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A dynamic role-based authorization model in grid environment.

1. Introduction

Large-scale, dynamic and cross-domain resource sharing and collaboration is an important way to improve the ability of network applications. This kind of resource sharing and collaboration is not simple file exchanges, but more about direct access to computers, corresponding software, data or other resources. The sharing must be clearly defined and highly controlled by resource providers and resource consumers. Authorization is a user access control mechanism for resources in grid environment. By verifying the identity, ability of the user and context, virtual organization authorizes the user certain rights to access to some specific resources.

Access control is an important part of assuring information security, and is used to present access control strategy of system security. Also, access control makes consistency verification between strategies and provide effective mechanisms for implementation of access control strategy. The main method of implementing access control strategy is authorization. In large-scale grid environment, authorization plays a key role in the process of resource access control. Authorization in grid environment [1, 2] is different from distributed network. Authorization mechanism in grid needs to be more dynamic and flexible and have higher demands on granularity of authorization.

Argonne National Laboratory in United States have developed CAS (Community Authorization Service) [3] authorization model based on Globus project, and European Grid Organization have put forward VOMS (Virtual Organization Membership Service)[4] authorization model based on Datagrid project. In 2006, Anil L. Pereira etc. [5] combined CAS authorization model and RBAC authorization model to solve the problem that resource providers cannot update map files flexibly and synchronously, which reduces the burden of resource providers and improve flexibility and synchronization of authorization model. However, the authorization model brings new problems, [6] such as, the user needs multiple local roles when he is executing a task, then the CAS server has to generate corresponding CAS proxy certificates for every local role, which increases the burden of CAS servers. The maintenance of resource providers for switching between multiple roles and monitoring also consumes many system resources.

[MATHEMATICAL EXPRESSION NOT REPRODUCIBLE IN ASCII]

This paper proposes a dynamic role-based access control (DRBAC) model based on RBAC model. By assigning to users the common father role of each atom role needed by users or the dynamic-combination-generated father role. The DRBAC model reduces the amount of proxy certificates generated by CAS servers so as to reduce the load. In grid environment, the combined authorization mechanism between DRBAC model and CAS model has several advantages compared with traditional RBAC and CAS model including the low load of CAS servers, flexibility and convenience of management, and meeting "the principle of least privilege".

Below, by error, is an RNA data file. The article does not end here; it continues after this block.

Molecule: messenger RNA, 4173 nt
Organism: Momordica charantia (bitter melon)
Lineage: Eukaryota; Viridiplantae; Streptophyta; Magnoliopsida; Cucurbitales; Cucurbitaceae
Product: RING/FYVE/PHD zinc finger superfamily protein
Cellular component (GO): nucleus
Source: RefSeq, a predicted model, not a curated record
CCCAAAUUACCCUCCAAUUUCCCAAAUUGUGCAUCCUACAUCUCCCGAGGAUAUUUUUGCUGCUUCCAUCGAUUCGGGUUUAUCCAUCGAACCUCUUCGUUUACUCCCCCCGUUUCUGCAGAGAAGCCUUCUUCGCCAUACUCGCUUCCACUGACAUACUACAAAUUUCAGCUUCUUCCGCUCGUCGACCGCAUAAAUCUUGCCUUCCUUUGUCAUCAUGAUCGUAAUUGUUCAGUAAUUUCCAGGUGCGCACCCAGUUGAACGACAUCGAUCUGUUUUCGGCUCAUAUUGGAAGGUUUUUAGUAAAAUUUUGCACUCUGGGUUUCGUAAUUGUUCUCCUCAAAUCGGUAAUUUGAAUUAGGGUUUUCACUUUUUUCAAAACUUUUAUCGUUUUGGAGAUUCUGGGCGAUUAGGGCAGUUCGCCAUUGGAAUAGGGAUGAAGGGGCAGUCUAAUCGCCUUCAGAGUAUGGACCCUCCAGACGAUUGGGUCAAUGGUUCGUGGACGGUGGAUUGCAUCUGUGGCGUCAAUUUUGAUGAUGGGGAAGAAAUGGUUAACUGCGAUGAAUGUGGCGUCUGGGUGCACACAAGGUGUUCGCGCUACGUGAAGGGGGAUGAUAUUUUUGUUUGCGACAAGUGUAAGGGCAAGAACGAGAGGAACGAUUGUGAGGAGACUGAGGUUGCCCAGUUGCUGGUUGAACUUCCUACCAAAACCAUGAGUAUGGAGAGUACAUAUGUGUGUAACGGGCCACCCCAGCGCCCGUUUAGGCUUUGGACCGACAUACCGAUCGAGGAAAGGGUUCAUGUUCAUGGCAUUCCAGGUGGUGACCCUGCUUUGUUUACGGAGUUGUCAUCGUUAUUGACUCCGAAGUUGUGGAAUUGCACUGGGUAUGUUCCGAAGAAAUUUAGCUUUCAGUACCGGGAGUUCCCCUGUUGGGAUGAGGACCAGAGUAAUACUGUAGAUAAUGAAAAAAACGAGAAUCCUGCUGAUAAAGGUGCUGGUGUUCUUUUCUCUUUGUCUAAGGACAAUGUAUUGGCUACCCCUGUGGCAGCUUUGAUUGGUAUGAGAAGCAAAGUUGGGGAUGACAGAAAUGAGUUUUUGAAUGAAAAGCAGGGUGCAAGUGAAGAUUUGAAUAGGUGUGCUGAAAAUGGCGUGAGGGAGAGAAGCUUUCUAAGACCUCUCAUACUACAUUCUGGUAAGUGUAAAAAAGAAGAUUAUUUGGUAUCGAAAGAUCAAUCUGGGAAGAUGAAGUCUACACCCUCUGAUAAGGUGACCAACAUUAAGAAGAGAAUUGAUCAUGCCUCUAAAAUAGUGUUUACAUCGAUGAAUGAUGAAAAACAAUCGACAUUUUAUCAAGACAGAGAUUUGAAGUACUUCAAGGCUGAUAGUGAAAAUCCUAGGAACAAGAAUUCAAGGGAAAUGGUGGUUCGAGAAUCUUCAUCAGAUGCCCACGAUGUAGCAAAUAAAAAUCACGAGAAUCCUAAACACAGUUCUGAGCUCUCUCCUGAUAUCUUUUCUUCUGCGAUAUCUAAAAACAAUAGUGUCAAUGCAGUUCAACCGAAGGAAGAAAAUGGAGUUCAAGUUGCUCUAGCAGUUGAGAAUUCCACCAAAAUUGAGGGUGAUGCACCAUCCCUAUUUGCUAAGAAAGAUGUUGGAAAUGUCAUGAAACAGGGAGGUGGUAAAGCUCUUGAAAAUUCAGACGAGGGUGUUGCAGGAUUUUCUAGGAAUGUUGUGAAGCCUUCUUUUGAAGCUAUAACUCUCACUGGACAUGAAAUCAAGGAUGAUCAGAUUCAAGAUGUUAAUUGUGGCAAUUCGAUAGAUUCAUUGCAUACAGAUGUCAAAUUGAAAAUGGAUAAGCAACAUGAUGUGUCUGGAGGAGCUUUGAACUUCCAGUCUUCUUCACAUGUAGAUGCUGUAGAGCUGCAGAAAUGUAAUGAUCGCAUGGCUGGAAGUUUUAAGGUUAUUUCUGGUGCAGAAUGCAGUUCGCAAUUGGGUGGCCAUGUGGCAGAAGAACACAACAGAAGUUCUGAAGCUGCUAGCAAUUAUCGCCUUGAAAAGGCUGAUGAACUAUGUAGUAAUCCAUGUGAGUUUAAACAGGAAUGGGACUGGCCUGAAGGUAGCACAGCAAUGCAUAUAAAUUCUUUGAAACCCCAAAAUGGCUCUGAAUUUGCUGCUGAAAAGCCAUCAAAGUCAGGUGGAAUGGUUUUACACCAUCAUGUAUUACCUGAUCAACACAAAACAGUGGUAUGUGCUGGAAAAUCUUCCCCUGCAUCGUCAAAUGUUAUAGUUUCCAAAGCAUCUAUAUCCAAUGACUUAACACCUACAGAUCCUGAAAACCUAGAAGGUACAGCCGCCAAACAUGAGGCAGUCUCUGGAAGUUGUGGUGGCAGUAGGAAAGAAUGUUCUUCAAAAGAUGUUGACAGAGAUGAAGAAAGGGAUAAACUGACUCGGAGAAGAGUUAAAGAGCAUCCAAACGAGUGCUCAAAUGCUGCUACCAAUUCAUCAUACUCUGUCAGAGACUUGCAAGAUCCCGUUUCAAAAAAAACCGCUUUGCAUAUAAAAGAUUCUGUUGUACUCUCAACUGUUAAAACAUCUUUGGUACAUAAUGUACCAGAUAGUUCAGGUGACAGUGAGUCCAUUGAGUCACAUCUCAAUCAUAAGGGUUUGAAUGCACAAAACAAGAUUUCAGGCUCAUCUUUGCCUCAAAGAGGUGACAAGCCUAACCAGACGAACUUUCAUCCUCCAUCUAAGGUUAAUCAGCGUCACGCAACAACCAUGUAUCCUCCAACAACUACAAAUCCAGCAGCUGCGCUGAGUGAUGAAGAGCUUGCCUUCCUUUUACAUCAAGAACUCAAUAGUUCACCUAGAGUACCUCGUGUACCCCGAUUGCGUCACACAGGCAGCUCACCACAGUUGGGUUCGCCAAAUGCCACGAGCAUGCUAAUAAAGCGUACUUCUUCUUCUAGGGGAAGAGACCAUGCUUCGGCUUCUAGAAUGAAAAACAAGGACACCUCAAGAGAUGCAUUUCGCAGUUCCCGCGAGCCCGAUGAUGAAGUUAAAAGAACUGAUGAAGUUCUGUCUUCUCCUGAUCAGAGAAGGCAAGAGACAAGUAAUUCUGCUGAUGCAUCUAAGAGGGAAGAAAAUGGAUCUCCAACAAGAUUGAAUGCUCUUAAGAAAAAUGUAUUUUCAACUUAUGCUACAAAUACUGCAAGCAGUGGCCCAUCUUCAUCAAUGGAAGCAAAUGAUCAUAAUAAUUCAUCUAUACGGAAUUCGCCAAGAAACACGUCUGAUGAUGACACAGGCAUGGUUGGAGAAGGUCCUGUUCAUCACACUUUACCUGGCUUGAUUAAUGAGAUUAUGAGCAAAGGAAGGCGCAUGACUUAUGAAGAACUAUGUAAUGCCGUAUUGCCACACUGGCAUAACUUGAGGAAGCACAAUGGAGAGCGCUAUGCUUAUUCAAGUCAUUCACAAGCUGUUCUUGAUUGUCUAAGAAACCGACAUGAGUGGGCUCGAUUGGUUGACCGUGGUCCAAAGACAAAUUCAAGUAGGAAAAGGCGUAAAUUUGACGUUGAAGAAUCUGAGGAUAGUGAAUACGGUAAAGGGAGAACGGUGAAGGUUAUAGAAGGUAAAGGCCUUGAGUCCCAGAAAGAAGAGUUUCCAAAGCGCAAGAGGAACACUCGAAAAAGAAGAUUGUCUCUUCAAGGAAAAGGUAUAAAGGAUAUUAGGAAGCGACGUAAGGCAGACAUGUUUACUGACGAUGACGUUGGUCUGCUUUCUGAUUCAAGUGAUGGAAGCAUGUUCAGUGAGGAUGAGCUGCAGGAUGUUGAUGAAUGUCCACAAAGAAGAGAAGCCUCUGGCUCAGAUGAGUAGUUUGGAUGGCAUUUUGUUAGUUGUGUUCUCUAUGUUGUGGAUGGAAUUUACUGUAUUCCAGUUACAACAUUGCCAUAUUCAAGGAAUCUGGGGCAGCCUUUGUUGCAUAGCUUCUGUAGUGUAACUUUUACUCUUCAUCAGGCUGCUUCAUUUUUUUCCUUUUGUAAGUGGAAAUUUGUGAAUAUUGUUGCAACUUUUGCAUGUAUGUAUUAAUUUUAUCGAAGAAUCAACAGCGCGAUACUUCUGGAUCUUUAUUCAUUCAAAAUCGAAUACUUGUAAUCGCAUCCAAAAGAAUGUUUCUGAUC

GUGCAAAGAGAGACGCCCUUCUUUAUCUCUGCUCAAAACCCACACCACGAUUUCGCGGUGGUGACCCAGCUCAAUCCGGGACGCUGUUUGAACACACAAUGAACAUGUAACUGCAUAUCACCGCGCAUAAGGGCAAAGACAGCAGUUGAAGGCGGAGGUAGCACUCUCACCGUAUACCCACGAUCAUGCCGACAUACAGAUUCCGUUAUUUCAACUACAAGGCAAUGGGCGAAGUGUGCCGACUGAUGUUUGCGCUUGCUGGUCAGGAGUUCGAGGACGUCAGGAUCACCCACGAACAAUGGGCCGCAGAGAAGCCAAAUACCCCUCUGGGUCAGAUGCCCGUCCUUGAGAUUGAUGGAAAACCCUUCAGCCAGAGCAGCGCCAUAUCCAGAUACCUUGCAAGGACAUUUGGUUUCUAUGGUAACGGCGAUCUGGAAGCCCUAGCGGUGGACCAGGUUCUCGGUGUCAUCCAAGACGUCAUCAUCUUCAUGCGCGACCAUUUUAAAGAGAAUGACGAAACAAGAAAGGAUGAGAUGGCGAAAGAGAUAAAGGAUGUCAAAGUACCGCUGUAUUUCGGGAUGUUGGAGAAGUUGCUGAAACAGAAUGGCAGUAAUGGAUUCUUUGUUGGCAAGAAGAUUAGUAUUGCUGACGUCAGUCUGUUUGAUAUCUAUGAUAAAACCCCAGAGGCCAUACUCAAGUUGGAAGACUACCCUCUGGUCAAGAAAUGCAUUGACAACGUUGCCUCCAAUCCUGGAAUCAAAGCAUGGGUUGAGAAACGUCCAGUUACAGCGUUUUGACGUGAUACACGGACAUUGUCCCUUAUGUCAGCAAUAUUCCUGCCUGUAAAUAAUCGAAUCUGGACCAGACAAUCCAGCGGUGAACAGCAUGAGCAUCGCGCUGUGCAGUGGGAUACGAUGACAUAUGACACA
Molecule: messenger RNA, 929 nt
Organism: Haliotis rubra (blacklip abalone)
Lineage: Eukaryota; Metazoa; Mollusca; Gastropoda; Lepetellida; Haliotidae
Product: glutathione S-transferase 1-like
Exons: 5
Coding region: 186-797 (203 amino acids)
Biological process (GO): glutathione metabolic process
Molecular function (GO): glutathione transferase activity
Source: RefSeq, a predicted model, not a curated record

The second part of this paper introduces the progress of related work. The third part gives dynamic role-based access control model, and makes some corresponding discussions on the security assurance with CAS model. The forth part we analyze the performance of DRBAC and use an example to prove it. Finally there is the conclusion and future work.

2. Related Work

CAS authorization model provided by Globus uses "push" authorization mode. It introduces a trusted third-party CAS server to take management of the resource access control strategy. If a user need operate or get access to some resources in virtual organizations, he has to send a request to the CAS server to get a permission of a series of operations. The CAS server will verify the user's identity and his request with the descriptions in strategy library to check whether they are consistent or not. If they are consistent, the CAS server will grant a certain permission to the user.

In 2005, Jiageng Li and David Cords put forward a method of extending globus's Metacomputing Directory Service (MDS) [7] to solve the problem of scalable authorization in grid dynamic environment. J.R.Burruss etc. proposed a grid-based ROAM authorization management framework [8] based on VOMS authorization model. However, the model is lack of good scalability and wide applicability. Paper [9] makes an adequate explanation of workflow-based authorization method which gives a corresponding authorization method for event sequence and a solution to "the principle of least privilege".

In 1992, D. Ferraiolo and Kuhn brought forward RBAC model [10]. RBAC model implemented the logical separation between users and permissions by introducing the intermediary of role and simplified the authorization management in a variety of environments. R. Sandhu etc. [11] proposed RBAC96 model and this model gave a general role-based access control framework and four types of conceptual models. On the basis of the original RBAC0, it gave a complete description of the role stratification and restriction. In 2001, D. Ferraiolo and R. Sandhu etc. put forward NIST standard [12] of RBAC model. G.J. Ahn and R. Sandhu brought the definition of role into authorization mechanism, and in paper [13], they gave a role-based constraints language - RCL2000 which is used in authorization constraint. However, in RBAC model, the hierarchy of roles is fixed, which decreases dynamicity and flexibility. Traditional RBAC model is more suitable for access control object and specific-operation system, and it is not enough in the open grid environment. In order to improve dynamicity and flexibility of RBAC, E. Bertino and James B.D. Joshi etc. successively put forward TRBAC (temporal RBAC)[14] and GTRBAC (generalized temporal RBAC) model [15]. They improved flexibility of the model by time constraint, and used trigger mechanism to activate roles dynamically, thus implemented dynamic assignment of roles and permissions. However, TRBAC model and GTRBAC model had not solved the problem caused by combination of traditional RBAC model and CAS authorization mechanism. Although dynamic activation of roles can improve dynamicity and flexibility of the original RBAC model, multiple local roles are inevitably generated. CAS servers also need to generate multiple CAS proxy certificate correspondingly, which increase the burden of servers.